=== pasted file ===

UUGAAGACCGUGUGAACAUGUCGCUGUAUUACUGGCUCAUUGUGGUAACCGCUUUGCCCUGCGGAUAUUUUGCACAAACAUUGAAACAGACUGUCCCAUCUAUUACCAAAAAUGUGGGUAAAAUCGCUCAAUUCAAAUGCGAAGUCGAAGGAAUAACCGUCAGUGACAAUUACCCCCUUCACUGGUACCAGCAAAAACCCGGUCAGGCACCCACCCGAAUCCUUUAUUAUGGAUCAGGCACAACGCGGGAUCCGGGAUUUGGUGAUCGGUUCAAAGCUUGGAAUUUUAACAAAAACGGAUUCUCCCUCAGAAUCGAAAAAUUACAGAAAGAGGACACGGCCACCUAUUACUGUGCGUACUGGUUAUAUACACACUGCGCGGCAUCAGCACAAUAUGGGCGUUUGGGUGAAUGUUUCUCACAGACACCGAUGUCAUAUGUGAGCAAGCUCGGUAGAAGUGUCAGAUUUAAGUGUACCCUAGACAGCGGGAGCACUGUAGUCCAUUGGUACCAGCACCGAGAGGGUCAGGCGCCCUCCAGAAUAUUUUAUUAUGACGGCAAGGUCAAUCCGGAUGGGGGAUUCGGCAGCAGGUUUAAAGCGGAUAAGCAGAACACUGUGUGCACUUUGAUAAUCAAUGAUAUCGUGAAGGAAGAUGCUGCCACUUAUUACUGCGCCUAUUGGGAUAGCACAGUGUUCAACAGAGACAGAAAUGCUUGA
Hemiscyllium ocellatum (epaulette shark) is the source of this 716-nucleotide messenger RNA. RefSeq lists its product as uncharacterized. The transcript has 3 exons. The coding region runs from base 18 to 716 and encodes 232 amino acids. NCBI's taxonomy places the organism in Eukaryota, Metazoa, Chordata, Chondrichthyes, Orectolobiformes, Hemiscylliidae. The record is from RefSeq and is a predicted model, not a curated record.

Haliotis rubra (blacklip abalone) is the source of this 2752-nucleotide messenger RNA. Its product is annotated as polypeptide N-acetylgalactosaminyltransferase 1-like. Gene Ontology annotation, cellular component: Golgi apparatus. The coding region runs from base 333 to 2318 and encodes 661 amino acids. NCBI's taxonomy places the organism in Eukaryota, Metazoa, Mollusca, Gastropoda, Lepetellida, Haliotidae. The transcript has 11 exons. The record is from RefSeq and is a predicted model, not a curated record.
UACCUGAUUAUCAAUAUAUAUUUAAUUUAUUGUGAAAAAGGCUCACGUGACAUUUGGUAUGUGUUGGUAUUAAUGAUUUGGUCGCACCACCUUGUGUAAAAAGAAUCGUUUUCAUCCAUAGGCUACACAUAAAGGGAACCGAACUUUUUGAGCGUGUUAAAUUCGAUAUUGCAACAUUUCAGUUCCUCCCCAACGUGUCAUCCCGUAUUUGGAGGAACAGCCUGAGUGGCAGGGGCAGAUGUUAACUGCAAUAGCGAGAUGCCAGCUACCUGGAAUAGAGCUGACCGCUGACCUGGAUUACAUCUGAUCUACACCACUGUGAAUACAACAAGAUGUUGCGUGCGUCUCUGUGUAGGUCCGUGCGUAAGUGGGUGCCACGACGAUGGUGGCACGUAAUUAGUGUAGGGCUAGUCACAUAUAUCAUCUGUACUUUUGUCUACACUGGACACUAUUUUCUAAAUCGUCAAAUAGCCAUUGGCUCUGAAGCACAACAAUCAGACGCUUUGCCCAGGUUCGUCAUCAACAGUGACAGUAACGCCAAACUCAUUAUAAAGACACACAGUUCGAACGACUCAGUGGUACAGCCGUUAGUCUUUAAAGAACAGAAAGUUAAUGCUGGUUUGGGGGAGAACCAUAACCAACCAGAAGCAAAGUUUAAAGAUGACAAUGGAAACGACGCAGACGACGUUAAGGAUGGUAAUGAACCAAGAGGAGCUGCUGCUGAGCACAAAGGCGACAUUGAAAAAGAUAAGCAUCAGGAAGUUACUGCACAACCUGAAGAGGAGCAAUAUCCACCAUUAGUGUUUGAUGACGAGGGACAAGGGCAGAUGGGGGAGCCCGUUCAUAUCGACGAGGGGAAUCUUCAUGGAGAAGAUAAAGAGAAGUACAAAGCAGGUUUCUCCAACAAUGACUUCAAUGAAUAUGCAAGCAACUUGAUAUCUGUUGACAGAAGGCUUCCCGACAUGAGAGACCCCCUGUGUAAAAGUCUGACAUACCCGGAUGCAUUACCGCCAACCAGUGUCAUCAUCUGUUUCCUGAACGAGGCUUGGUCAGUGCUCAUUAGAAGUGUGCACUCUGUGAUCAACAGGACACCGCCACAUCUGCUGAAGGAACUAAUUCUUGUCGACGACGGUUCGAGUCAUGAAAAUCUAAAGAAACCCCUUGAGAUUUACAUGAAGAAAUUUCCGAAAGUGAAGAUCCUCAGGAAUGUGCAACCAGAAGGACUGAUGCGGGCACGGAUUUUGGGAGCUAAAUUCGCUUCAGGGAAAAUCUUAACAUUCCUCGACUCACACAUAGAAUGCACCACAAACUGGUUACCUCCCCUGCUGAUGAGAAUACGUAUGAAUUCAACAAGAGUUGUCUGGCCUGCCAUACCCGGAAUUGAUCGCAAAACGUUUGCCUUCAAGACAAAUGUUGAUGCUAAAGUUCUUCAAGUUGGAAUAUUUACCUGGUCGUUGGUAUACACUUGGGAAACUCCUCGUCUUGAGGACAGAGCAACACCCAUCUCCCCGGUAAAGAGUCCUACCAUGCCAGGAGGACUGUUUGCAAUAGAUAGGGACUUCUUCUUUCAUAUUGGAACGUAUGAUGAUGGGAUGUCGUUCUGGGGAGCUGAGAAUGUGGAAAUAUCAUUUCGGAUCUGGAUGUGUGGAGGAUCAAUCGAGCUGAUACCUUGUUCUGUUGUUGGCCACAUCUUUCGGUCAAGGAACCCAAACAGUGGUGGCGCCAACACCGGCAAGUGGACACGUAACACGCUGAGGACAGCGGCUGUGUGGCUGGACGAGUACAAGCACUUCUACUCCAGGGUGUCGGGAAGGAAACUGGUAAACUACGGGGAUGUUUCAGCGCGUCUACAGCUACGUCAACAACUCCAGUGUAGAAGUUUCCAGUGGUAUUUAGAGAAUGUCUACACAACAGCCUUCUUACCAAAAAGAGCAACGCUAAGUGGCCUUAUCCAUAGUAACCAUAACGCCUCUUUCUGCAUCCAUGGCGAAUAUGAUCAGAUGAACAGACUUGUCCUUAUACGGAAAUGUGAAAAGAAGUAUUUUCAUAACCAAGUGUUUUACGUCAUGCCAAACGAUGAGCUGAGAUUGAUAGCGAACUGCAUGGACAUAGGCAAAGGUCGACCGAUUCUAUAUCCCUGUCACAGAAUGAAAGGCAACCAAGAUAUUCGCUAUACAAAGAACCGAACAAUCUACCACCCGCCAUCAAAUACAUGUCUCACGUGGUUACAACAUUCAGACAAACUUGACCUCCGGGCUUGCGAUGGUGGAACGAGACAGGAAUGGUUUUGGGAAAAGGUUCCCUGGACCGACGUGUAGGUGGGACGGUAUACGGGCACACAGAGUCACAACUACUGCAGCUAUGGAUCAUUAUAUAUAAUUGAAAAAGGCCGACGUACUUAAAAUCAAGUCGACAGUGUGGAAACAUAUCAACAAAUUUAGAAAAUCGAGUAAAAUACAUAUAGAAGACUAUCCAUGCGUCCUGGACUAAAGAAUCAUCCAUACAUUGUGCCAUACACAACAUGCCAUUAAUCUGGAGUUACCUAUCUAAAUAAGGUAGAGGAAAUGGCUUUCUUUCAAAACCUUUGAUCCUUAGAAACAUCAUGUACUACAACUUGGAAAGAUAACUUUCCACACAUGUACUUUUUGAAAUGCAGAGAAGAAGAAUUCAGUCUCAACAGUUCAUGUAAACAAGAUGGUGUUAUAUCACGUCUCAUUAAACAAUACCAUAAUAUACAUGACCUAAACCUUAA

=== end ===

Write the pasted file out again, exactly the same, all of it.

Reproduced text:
UUGAAGACCGUGUGAACAUGUCGCUGUAUUACUGGCUCAUUGUGGUAACCGCUUUGCCCUGCGGAUAUUUUGCACAAACAUUGAAACAGACUGUCCCAUCUAUUACCAAAAAUGUGGGUAAAAUCGCUCAAUUCAAAUGCGAAGUCGAAGGAAUAACCGUCAGUGACAAUUACCCCCUUCACUGGUACCAGCAAAAACCCGGUCAGGCACCCACCCGAAUCCUUUAUUAUGGAUCAGGCACAACGCGGGAUCCGGGAUUUGGUGAUCGGUUCAAAGCUUGGAAUUUUAACAAAAACGGAUUCUCCCUCAGAAUCGAAAAAUUACAGAAAGAGGACACGGCCACCUAUUACUGUGCGUACUGGUUAUAUACACACUGCGCGGCAUCAGCACAAUAUGGGCGUUUGGGUGAAUGUUUCUCACAGACACCGAUGUCAUAUGUGAGCAAGCUCGGUAGAAGUGUCAGAUUUAAGUGUACCCUAGACAGCGGGAGCACUGUAGUCCAUUGGUACCAGCACCGAGAGGGUCAGGCGCCCUCCAGAAUAUUUUAUUAUGACGGCAAGGUCAAUCCGGAUGGGGGAUUCGGCAGCAGGUUUAAAGCGGAUAAGCAGAACACUGUGUGCACUUUGAUAAUCAAUGAUAUCGUGAAGGAAGAUGCUGCCACUUAUUACUGCGCCUAUUGGGAUAGCACAGUGUUCAACAGAGACAGAAAUGCUUGA
Hemiscyllium ocellatum (epaulette shark) is the source of this 716-nucleotide messenger RNA. RefSeq lists its product as uncharacterized. The transcript has 3 exons. The coding region runs from base 18 to 716 and encodes 232 amino acids. NCBI's taxonomy places the organism in Eukaryota, Metazoa, Chordata, Chondrichthyes, Orectolobiformes, Hemiscylliidae. The record is from RefSeq and is a predicted model, not a curated record.

Haliotis rubra (blacklip abalone) is the source of this 2752-nucleotide messenger RNA. Its product is annotated as polypeptide N-acetylgalactosaminyltransferase 1-like. Gene Ontology annotation, cellular component: Golgi apparatus. The coding region runs from base 333 to 2318 and encodes 661 amino acids. NCBI's taxonomy places the organism in Eukaryota, Metazoa, Mollusca, Gastropoda, Lepetellida, Haliotidae. The transcript has 11 exons. The record is from RefSeq and is a predicted model, not a curated record.
UACCUGAUUAUCAAUAUAUAUUUAAUUUAUUGUGAAAAAGGCUCACGUGACAUUUGGUAUGUGUUGGUAUUAAUGAUUUGGUCGCACCACCUUGUGUAAAAAGAAUCGUUUUCAUCCAUAGGCUACACAUAAAGGGAACCGAACUUUUUGAGCGUGUUAAAUUCGAUAUUGCAACAUUUCAGUUCCUCCCCAACGUGUCAUCCCGUAUUUGGAGGAACAGCCUGAGUGGCAGGGGCAGAUGUUAACUGCAAUAGCGAGAUGCCAGCUACCUGGAAUAGAGCUGACCGCUGACCUGGAUUACAUCUGAUCUACACCACUGUGAAUACAACAAGAUGUUGCGUGCGUCUCUGUGUAGGUCCGUGCGUAAGUGGGUGCCACGACGAUGGUGGCACGUAAUUAGUGUAGGGCUAGUCACAUAUAUCAUCUGUACUUUUGUCUACACUGGACACUAUUUUCUAAAUCGUCAAAUAGCCAUUGGCUCUGAAGCACAACAAUCAGACGCUUUGCCCAGGUUCGUCAUCAACAGUGACAGUAACGCCAAACUCAUUAUAAAGACACACAGUUCGAACGACUCAGUGGUACAGCCGUUAGUCUUUAAAGAACAGAAAGUUAAUGCUGGUUUGGGGGAGAACCAUAACCAACCAGAAGCAAAGUUUAAAGAUGACAAUGGAAACGACGCAGACGACGUUAAGGAUGGUAAUGAACCAAGAGGAGCUGCUGCUGAGCACAAAGGCGACAUUGAAAAAGAUAAGCAUCAGGAAGUUACUGCACAACCUGAAGAGGAGCAAUAUCCACCAUUAGUGUUUGAUGACGAGGGACAAGGGCAGAUGGGGGAGCCCGUUCAUAUCGACGAGGGGAAUCUUCAUGGAGAAGAUAAAGAGAAGUACAAAGCAGGUUUCUCCAACAAUGACUUCAAUGAAUAUGCAAGCAACUUGAUAUCUGUUGACAGAAGGCUUCCCGACAUGAGAGACCCCCUGUGUAAAAGUCUGACAUACCCGGAUGCAUUACCGCCAACCAGUGUCAUCAUCUGUUUCCUGAACGAGGCUUGGUCAGUGCUCAUUAGAAGUGUGCACUCUGUGAUCAACAGGACACCGCCACAUCUGCUGAAGGAACUAAUUCUUGUCGACGACGGUUCGAGUCAUGAAAAUCUAAAGAAACCCCUUGAGAUUUACAUGAAGAAAUUUCCGAAAGUGAAGAUCCUCAGGAAUGUGCAACCAGAAGGACUGAUGCGGGCACGGAUUUUGGGAGCUAAAUUCGCUUCAGGGAAAAUCUUAACAUUCCUCGACUCACACAUAGAAUGCACCACAAACUGGUUACCUCCCCUGCUGAUGAGAAUACGUAUGAAUUCAACAAGAGUUGUCUGGCCUGCCAUACCCGGAAUUGAUCGCAAAACGUUUGCCUUCAAGACAAAUGUUGAUGCUAAAGUUCUUCAAGUUGGAAUAUUUACCUGGUCGUUGGUAUACACUUGGGAAACUCCUCGUCUUGAGGACAGAGCAACACCCAUCUCCCCGGUAAAGAGUCCUACCAUGCCAGGAGGACUGUUUGCAAUAGAUAGGGACUUCUUCUUUCAUAUUGGAACGUAUGAUGAUGGGAUGUCGUUCUGGGGAGCUGAGAAUGUGGAAAUAUCAUUUCGGAUCUGGAUGUGUGGAGGAUCAAUCGAGCUGAUACCUUGUUCUGUUGUUGGCCACAUCUUUCGGUCAAGGAACCCAAACAGUGGUGGCGCCAACACCGGCAAGUGGACACGUAACACGCUGAGGACAGCGGCUGUGUGGCUGGACGAGUACAAGCACUUCUACUCCAGGGUGUCGGGAAGGAAACUGGUAAACUACGGGGAUGUUUCAGCGCGUCUACAGCUACGUCAACAACUCCAGUGUAGAAGUUUCCAGUGGUAUUUAGAGAAUGUCUACACAACAGCCUUCUUACCAAAAAGAGCAACGCUAAGUGGCCUUAUCCAUAGUAACCAUAACGCCUCUUUCUGCAUCCAUGGCGAAUAUGAUCAGAUGAACAGACUUGUCCUUAUACGGAAAUGUGAAAAGAAGUAUUUUCAUAACCAAGUGUUUUACGUCAUGCCAAACGAUGAGCUGAGAUUGAUAGCGAACUGCAUGGACAUAGGCAAAGGUCGACCGAUUCUAUAUCCCUGUCACAGAAUGAAAGGCAACCAAGAUAUUCGCUAUACAAAGAACCGAACAAUCUACCACCCGCCAUCAAAUACAUGUCUCACGUGGUUACAACAUUCAGACAAACUUGACCUCCGGGCUUGCGAUGGUGGAACGAGACAGGAAUGGUUUUGGGAAAAGGUUCCCUGGACCGACGUGUAGGUGGGACGGUAUACGGGCACACAGAGUCACAACUACUGCAGCUAUGGAUCAUUAUAUAUAAUUGAAAAAGGCCGACGUACUUAAAAUCAAGUCGACAGUGUGGAAACAUAUCAACAAAUUUAGAAAAUCGAGUAAAAUACAUAUAGAAGACUAUCCAUGCGUCCUGGACUAAAGAAUCAUCCAUACAUUGUGCCAUACACAACAUGCCAUUAAUCUGGAGUUACCUAUCUAAAUAAGGUAGAGGAAAUGGCUUUCUUUCAAAACCUUUGAUCCUUAGAAACAUCAUGUACUACAACUUGGAAAGAUAACUUUCCACACAUGUACUUUUUGAAAUGCAGAGAAGAAGAAUUCAGUCUCAACAGUUCAUGUAAACAAGAUGGUGUUAUAUCACGUCUCAUUAAACAAUACCAUAAUAUACAUGACCUAAACCUUAA